“With the continued process of having VSAs, which I think is here for the foreseeable future, carriers have to order and say, how does this fit the network that they’re going to deploy with other partners,” White said. “So it is a slightly different ballgame from what they would have done as an individual carrier. I don’t know if you’d call it a check (on capacity growth), you just have to bring it into the broader capacity planning in those different markets so you can fit and avoid the sawtooth (swings in capacity).”
   Skou said it’s not yet clear what effect the new broader alliances and VSAs will have. Maersk joined rival Mediterranean Shipping Co. in the 2M alliance as of January after being rebuffed by Chinese regulators from forming an even large alliance with MSC and CMA CGM.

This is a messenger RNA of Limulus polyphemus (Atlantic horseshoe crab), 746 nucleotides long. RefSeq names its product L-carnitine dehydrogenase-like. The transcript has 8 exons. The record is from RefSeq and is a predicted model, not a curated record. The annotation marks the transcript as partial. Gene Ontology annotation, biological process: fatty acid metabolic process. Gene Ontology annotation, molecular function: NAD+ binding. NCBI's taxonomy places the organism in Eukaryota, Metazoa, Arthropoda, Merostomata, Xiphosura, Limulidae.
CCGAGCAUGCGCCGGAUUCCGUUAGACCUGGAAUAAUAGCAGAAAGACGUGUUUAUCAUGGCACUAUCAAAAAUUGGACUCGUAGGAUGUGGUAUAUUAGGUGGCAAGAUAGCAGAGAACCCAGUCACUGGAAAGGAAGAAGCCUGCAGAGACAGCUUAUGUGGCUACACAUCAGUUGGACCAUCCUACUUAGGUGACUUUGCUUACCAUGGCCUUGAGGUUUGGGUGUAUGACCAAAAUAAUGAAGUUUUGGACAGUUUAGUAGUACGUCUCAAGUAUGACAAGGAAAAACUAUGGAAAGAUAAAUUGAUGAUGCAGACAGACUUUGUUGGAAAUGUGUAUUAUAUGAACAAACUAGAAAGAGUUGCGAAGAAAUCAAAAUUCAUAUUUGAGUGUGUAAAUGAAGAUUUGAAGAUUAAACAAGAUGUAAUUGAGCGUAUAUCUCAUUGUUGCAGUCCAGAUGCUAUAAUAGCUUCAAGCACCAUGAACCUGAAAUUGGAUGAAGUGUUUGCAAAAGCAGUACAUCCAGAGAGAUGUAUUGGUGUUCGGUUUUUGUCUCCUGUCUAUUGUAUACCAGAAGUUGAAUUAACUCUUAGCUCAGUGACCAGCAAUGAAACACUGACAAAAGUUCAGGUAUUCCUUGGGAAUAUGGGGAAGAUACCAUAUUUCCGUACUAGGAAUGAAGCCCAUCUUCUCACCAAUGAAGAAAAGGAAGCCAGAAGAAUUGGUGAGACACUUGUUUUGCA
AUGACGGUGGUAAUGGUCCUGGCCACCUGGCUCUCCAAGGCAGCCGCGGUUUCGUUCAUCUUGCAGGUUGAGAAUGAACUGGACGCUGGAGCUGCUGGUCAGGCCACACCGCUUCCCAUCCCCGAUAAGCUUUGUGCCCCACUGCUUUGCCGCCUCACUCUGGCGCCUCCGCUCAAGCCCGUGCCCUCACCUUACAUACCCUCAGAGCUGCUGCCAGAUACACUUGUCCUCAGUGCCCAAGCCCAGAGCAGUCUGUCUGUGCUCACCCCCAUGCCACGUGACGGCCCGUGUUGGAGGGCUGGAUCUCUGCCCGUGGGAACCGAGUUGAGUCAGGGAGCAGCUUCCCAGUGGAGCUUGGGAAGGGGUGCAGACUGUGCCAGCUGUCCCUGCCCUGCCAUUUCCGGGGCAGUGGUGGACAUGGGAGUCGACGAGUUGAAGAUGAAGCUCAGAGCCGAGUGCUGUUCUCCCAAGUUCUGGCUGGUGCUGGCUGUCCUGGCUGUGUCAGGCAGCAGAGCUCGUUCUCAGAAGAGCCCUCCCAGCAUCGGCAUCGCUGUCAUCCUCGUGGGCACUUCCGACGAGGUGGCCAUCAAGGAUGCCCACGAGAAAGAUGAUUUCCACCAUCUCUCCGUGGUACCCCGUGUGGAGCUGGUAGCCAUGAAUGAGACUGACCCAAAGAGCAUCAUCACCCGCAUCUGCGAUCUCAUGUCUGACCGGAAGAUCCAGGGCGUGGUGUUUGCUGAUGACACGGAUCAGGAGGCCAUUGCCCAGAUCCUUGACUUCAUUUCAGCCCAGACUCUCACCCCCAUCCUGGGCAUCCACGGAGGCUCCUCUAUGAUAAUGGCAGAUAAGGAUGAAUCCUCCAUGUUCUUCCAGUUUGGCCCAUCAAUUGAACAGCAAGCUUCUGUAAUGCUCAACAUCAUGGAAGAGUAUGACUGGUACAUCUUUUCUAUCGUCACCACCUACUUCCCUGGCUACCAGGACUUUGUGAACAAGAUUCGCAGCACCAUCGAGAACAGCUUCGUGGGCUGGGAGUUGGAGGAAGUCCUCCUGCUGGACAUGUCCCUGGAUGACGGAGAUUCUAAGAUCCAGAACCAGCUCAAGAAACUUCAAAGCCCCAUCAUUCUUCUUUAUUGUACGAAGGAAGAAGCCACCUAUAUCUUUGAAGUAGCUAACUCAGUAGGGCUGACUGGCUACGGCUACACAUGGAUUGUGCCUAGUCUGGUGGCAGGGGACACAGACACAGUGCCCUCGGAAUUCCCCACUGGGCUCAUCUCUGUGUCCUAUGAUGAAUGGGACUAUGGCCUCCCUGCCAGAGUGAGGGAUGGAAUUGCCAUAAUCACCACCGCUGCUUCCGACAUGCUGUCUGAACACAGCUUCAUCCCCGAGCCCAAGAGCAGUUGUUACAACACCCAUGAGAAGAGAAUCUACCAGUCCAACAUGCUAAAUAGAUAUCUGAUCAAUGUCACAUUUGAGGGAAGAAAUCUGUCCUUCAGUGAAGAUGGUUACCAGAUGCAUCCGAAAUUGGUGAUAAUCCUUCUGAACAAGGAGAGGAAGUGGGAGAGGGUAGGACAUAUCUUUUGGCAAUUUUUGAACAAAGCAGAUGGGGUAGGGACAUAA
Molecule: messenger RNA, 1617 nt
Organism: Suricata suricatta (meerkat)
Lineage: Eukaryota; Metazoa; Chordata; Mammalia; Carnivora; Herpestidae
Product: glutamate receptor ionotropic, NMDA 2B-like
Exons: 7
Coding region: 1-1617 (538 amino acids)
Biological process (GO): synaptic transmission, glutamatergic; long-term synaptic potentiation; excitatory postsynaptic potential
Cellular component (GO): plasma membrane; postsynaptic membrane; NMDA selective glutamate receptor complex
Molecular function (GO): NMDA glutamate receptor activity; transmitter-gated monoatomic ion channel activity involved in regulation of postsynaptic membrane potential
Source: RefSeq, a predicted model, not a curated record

“The reality is we don’t really know because all of these alliances are just starting,” Skou said. “We actually don’t know how that’s going to play out.”
   Meanwhile, Skou said it has been hard for Maersk to watch the effects of U.S. West Coast port congestion on its customers. Both Skou and White pointed to lagging port productivity as a cause for the congestion, noting that productivity and infrastructure investment has not kept pace with increasing vessel sizes.